1. RC

        Here’s a little math for those of us who are not real sure what something this size should weigh, and would like to know which number is in the correct ballpark.

        If we assume the meteor was a sphere 50ft across (which most accounts agree on), the volume of that sphere would be 65,450 cubic feet (based on 4/3*pi*r^3). Using the weight of 7000 tons, it would weigh 1,400,000 pounds, giving us a density of 213.9 pounds per cubic foot (pcf). Using the weight of 10 tons, it would weigh 20,000 pounds giving us a density of 0.306pcf.

        For comparison, steel weighs about 495 pcf. Limestone and granite are closer to 170pcf, while ice is 57pcf. It seems to me that your number (7000 tons) is correct! (unless my math is wrong)

      1. Bob Crozier

        Would a meteor made of high iron/nickel (or most other metals) have burned up and exploded like this one? I think I read somewhere (maybe here on your blog?) that this meteor was made of mostly carbon, which burns pretty good!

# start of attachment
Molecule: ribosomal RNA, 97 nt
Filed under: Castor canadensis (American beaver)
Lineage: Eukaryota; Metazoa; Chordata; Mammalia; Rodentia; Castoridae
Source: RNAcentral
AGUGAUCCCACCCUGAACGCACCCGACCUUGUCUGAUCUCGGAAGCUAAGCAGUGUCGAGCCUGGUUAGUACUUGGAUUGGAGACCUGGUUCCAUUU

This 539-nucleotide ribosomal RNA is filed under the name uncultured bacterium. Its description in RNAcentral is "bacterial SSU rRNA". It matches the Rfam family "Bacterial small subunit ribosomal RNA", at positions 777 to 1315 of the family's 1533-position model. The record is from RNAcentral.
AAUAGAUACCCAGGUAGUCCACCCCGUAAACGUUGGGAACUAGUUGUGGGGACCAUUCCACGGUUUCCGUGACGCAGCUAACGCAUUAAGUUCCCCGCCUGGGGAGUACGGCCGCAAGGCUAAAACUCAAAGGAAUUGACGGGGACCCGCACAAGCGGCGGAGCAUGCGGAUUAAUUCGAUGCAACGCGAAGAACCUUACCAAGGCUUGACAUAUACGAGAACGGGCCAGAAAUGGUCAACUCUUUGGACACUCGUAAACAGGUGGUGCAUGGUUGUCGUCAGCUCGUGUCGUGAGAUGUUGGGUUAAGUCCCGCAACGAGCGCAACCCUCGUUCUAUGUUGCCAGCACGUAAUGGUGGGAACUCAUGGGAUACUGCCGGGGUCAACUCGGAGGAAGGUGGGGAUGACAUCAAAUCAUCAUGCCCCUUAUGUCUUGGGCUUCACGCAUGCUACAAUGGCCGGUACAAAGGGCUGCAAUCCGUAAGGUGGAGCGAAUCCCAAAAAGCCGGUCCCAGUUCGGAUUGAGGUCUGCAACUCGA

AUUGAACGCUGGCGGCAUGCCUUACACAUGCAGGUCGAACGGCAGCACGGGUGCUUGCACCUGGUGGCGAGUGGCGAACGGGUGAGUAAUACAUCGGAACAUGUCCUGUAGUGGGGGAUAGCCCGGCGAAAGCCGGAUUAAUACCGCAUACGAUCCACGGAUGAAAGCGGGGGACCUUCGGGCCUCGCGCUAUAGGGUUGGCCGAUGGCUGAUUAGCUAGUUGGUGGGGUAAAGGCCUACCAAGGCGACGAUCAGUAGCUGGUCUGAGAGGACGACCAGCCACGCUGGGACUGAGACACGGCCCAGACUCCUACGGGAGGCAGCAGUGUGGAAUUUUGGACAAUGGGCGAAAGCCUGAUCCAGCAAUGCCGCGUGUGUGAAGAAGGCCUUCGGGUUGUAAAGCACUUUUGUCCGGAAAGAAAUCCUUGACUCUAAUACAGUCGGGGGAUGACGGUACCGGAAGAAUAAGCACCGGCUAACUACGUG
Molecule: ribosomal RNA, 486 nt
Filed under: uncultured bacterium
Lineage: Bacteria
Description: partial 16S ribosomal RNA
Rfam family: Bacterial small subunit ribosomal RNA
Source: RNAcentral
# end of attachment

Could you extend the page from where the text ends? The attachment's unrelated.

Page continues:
1. astrobob

          Much of a meteoroid’s original mass burns up in the atmosphere but stony ones are more liable to disintegrate into small pieces/dust compared to irons. As for explosions, they can happen with both iron and stony meteorites. The Russian event now appears to have been a fairly common type of chondrite (stony) meteorite with little carbon. In my “53 tiny meteorites” blog yesterday, you’ll see photos of pieces.

  5. Hesher

    Hi Bob!
    I was hoping you could shed some light to a comment my friend in California made. He says he seen the Russian meteor from his home in California. Is that possible? Can you please give a quick explanation of how it isn’t or how it could be.Thanks

    1. astrobob

      Hi Hesher,
      That’s a great many thousands of miles away, so no, it wouldn’t be possible because the curvature of the Earth would get in the way. However it’s very likely your friend saw another unrelated fireball.

      1. Bob Crozier